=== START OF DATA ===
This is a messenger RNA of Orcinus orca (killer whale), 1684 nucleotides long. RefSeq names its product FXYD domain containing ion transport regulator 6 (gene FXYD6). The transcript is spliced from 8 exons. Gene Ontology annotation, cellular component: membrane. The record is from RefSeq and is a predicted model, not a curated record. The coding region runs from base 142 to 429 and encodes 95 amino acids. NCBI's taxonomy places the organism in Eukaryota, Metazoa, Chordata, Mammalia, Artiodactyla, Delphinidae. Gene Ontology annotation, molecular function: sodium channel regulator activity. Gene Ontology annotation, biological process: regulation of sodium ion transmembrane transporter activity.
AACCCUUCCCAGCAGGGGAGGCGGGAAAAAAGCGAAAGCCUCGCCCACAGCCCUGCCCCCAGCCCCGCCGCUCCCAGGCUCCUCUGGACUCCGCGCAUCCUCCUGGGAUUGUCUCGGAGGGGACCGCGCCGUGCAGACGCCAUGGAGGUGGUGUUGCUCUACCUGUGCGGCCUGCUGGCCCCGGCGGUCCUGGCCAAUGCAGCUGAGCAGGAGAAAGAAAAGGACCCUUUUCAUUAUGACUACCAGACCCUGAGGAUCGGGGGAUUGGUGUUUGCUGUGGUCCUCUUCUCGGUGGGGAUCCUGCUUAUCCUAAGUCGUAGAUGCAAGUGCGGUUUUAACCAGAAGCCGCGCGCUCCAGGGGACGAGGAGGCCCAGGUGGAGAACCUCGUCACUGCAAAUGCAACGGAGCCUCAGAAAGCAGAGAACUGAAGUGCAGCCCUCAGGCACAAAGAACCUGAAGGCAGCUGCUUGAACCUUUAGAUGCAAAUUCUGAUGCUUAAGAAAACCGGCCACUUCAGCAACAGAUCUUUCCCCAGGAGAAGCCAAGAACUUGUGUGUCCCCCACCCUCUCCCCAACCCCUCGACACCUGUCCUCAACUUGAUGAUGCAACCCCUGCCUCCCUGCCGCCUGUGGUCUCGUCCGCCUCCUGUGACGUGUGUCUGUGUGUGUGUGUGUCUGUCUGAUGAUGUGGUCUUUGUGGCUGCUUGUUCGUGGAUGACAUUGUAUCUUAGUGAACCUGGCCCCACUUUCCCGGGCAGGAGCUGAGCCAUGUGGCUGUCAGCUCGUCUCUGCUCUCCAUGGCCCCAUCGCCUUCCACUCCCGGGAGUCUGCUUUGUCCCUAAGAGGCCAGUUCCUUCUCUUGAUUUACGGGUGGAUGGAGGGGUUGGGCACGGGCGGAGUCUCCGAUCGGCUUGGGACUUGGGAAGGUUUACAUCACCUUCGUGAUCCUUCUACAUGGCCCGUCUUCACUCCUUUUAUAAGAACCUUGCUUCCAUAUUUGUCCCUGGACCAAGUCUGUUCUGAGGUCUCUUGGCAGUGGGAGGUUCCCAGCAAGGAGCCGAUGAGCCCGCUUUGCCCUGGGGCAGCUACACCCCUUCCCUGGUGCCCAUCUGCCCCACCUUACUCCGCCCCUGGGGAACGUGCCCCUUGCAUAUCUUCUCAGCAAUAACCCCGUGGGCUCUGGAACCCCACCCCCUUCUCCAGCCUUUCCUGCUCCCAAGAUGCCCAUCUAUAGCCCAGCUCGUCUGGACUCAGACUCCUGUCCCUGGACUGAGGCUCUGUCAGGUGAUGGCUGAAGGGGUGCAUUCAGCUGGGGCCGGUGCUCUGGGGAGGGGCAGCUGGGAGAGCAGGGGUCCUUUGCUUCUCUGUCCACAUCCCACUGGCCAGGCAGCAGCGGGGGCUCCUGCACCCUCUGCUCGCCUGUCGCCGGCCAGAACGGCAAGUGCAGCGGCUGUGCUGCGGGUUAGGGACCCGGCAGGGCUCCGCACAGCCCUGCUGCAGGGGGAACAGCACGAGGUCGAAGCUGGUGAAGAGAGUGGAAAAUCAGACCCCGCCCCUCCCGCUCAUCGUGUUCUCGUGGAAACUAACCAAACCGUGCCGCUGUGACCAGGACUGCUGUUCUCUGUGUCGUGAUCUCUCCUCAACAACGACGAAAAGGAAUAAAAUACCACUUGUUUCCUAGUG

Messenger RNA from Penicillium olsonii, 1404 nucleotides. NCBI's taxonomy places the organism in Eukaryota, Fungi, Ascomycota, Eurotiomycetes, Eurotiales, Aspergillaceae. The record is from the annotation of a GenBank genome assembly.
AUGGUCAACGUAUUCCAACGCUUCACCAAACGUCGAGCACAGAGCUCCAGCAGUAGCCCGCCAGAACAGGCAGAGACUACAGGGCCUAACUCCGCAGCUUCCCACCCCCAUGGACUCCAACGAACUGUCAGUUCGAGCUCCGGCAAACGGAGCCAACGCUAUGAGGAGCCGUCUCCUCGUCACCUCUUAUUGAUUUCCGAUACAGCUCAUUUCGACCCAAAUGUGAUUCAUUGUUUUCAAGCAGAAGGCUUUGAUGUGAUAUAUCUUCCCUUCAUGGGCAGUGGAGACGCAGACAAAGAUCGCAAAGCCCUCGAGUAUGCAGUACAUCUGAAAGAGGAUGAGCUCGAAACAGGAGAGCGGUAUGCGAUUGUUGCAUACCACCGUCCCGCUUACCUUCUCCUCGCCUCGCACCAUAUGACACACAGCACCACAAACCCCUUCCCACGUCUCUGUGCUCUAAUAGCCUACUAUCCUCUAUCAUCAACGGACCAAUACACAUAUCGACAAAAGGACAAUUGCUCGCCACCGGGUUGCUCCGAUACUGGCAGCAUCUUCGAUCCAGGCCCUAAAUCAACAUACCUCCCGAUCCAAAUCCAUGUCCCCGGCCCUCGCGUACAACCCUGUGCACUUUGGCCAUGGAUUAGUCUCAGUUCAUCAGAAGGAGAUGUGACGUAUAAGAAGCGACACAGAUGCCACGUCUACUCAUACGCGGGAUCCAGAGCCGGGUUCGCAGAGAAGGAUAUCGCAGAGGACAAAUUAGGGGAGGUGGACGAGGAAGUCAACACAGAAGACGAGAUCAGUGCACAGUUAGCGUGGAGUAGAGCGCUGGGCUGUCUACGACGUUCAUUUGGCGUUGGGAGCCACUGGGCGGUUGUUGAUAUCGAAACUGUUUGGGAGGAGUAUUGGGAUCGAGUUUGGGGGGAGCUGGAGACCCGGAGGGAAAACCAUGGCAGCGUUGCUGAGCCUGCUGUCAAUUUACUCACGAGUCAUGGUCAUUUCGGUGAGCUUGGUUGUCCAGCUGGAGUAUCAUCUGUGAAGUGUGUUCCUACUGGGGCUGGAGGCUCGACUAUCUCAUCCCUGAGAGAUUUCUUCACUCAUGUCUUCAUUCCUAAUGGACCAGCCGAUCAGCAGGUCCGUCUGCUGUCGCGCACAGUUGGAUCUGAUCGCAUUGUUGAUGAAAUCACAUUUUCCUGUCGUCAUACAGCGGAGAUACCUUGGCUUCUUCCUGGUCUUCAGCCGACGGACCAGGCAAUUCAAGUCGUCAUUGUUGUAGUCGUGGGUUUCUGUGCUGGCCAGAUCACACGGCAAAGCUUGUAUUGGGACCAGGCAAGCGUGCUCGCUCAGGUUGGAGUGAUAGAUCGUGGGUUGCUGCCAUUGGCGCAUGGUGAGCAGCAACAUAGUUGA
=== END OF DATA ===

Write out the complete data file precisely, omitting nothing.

This is a messenger RNA of Orcinus orca (killer whale), 1684 nucleotides long. RefSeq names its product FXYD domain containing ion transport regulator 6 (gene FXYD6). The transcript is spliced from 8 exons. Gene Ontology annotation, cellular component: membrane. The record is from RefSeq and is a predicted model, not a curated record. The coding region runs from base 142 to 429 and encodes 95 amino acids. NCBI's taxonomy places the organism in Eukaryota, Metazoa, Chordata, Mammalia, Artiodactyla, Delphinidae. Gene Ontology annotation, molecular function: sodium channel regulator activity. Gene Ontology annotation, biological process: regulation of sodium ion transmembrane transporter activity.
AACCCUUCCCAGCAGGGGAGGCGGGAAAAAAGCGAAAGCCUCGCCCACAGCCCUGCCCCCAGCCCCGCCGCUCCCAGGCUCCUCUGGACUCCGCGCAUCCUCCUGGGAUUGUCUCGGAGGGGACCGCGCCGUGCAGACGCCAUGGAGGUGGUGUUGCUCUACCUGUGCGGCCUGCUGGCCCCGGCGGUCCUGGCCAAUGCAGCUGAGCAGGAGAAAGAAAAGGACCCUUUUCAUUAUGACUACCAGACCCUGAGGAUCGGGGGAUUGGUGUUUGCUGUGGUCCUCUUCUCGGUGGGGAUCCUGCUUAUCCUAAGUCGUAGAUGCAAGUGCGGUUUUAACCAGAAGCCGCGCGCUCCAGGGGACGAGGAGGCCCAGGUGGAGAACCUCGUCACUGCAAAUGCAACGGAGCCUCAGAAAGCAGAGAACUGAAGUGCAGCCCUCAGGCACAAAGAACCUGAAGGCAGCUGCUUGAACCUUUAGAUGCAAAUUCUGAUGCUUAAGAAAACCGGCCACUUCAGCAACAGAUCUUUCCCCAGGAGAAGCCAAGAACUUGUGUGUCCCCCACCCUCUCCCCAACCCCUCGACACCUGUCCUCAACUUGAUGAUGCAACCCCUGCCUCCCUGCCGCCUGUGGUCUCGUCCGCCUCCUGUGACGUGUGUCUGUGUGUGUGUGUGUCUGUCUGAUGAUGUGGUCUUUGUGGCUGCUUGUUCGUGGAUGACAUUGUAUCUUAGUGAACCUGGCCCCACUUUCCCGGGCAGGAGCUGAGCCAUGUGGCUGUCAGCUCGUCUCUGCUCUCCAUGGCCCCAUCGCCUUCCACUCCCGGGAGUCUGCUUUGUCCCUAAGAGGCCAGUUCCUUCUCUUGAUUUACGGGUGGAUGGAGGGGUUGGGCACGGGCGGAGUCUCCGAUCGGCUUGGGACUUGGGAAGGUUUACAUCACCUUCGUGAUCCUUCUACAUGGCCCGUCUUCACUCCUUUUAUAAGAACCUUGCUUCCAUAUUUGUCCCUGGACCAAGUCUGUUCUGAGGUCUCUUGGCAGUGGGAGGUUCCCAGCAAGGAGCCGAUGAGCCCGCUUUGCCCUGGGGCAGCUACACCCCUUCCCUGGUGCCCAUCUGCCCCACCUUACUCCGCCCCUGGGGAACGUGCCCCUUGCAUAUCUUCUCAGCAAUAACCCCGUGGGCUCUGGAACCCCACCCCCUUCUCCAGCCUUUCCUGCUCCCAAGAUGCCCAUCUAUAGCCCAGCUCGUCUGGACUCAGACUCCUGUCCCUGGACUGAGGCUCUGUCAGGUGAUGGCUGAAGGGGUGCAUUCAGCUGGGGCCGGUGCUCUGGGGAGGGGCAGCUGGGAGAGCAGGGGUCCUUUGCUUCUCUGUCCACAUCCCACUGGCCAGGCAGCAGCGGGGGCUCCUGCACCCUCUGCUCGCCUGUCGCCGGCCAGAACGGCAAGUGCAGCGGCUGUGCUGCGGGUUAGGGACCCGGCAGGGCUCCGCACAGCCCUGCUGCAGGGGGAACAGCACGAGGUCGAAGCUGGUGAAGAGAGUGGAAAAUCAGACCCCGCCCCUCCCGCUCAUCGUGUUCUCGUGGAAACUAACCAAACCGUGCCGCUGUGACCAGGACUGCUGUUCUCUGUGUCGUGAUCUCUCCUCAACAACGACGAAAAGGAAUAAAAUACCACUUGUUUCCUAGUG

Messenger RNA from Penicillium olsonii, 1404 nucleotides. NCBI's taxonomy places the organism in Eukaryota, Fungi, Ascomycota, Eurotiomycetes, Eurotiales, Aspergillaceae. The record is from the annotation of a GenBank genome assembly.
AUGGUCAACGUAUUCCAACGCUUCACCAAACGUCGAGCACAGAGCUCCAGCAGUAGCCCGCCAGAACAGGCAGAGACUACAGGGCCUAACUCCGCAGCUUCCCACCCCCAUGGACUCCAACGAACUGUCAGUUCGAGCUCCGGCAAACGGAGCCAACGCUAUGAGGAGCCGUCUCCUCGUCACCUCUUAUUGAUUUCCGAUACAGCUCAUUUCGACCCAAAUGUGAUUCAUUGUUUUCAAGCAGAAGGCUUUGAUGUGAUAUAUCUUCCCUUCAUGGGCAGUGGAGACGCAGACAAAGAUCGCAAAGCCCUCGAGUAUGCAGUACAUCUGAAAGAGGAUGAGCUCGAAACAGGAGAGCGGUAUGCGAUUGUUGCAUACCACCGUCCCGCUUACCUUCUCCUCGCCUCGCACCAUAUGACACACAGCACCACAAACCCCUUCCCACGUCUCUGUGCUCUAAUAGCCUACUAUCCUCUAUCAUCAACGGACCAAUACACAUAUCGACAAAAGGACAAUUGCUCGCCACCGGGUUGCUCCGAUACUGGCAGCAUCUUCGAUCCAGGCCCUAAAUCAACAUACCUCCCGAUCCAAAUCCAUGUCCCCGGCCCUCGCGUACAACCCUGUGCACUUUGGCCAUGGAUUAGUCUCAGUUCAUCAGAAGGAGAUGUGACGUAUAAGAAGCGACACAGAUGCCACGUCUACUCAUACGCGGGAUCCAGAGCCGGGUUCGCAGAGAAGGAUAUCGCAGAGGACAAAUUAGGGGAGGUGGACGAGGAAGUCAACACAGAAGACGAGAUCAGUGCACAGUUAGCGUGGAGUAGAGCGCUGGGCUGUCUACGACGUUCAUUUGGCGUUGGGAGCCACUGGGCGGUUGUUGAUAUCGAAACUGUUUGGGAGGAGUAUUGGGAUCGAGUUUGGGGGGAGCUGGAGACCCGGAGGGAAAACCAUGGCAGCGUUGCUGAGCCUGCUGUCAAUUUACUCACGAGUCAUGGUCAUUUCGGUGAGCUUGGUUGUCCAGCUGGAGUAUCAUCUGUGAAGUGUGUUCCUACUGGGGCUGGAGGCUCGACUAUCUCAUCCCUGAGAGAUUUCUUCACUCAUGUCUUCAUUCCUAAUGGACCAGCCGAUCAGCAGGUCCGUCUGCUGUCGCGCACAGUUGGAUCUGAUCGCAUUGUUGAUGAAAUCACAUUUUCCUGUCGUCAUACAGCGGAGAUACCUUGGCUUCUUCCUGGUCUUCAGCCGACGGACCAGGCAAUUCAAGUCGUCAUUGUUGUAGUCGUGGGUUUCUGUGCUGGCCAGAUCACACGGCAAAGCUUGUAUUGGGACCAGGCAAGCGUGCUCGCUCAGGUUGGAGUGAUAGAUCGUGGGUUGCUGCCAUUGGCGCAUGGUGAGCAGCAACAUAGUUGA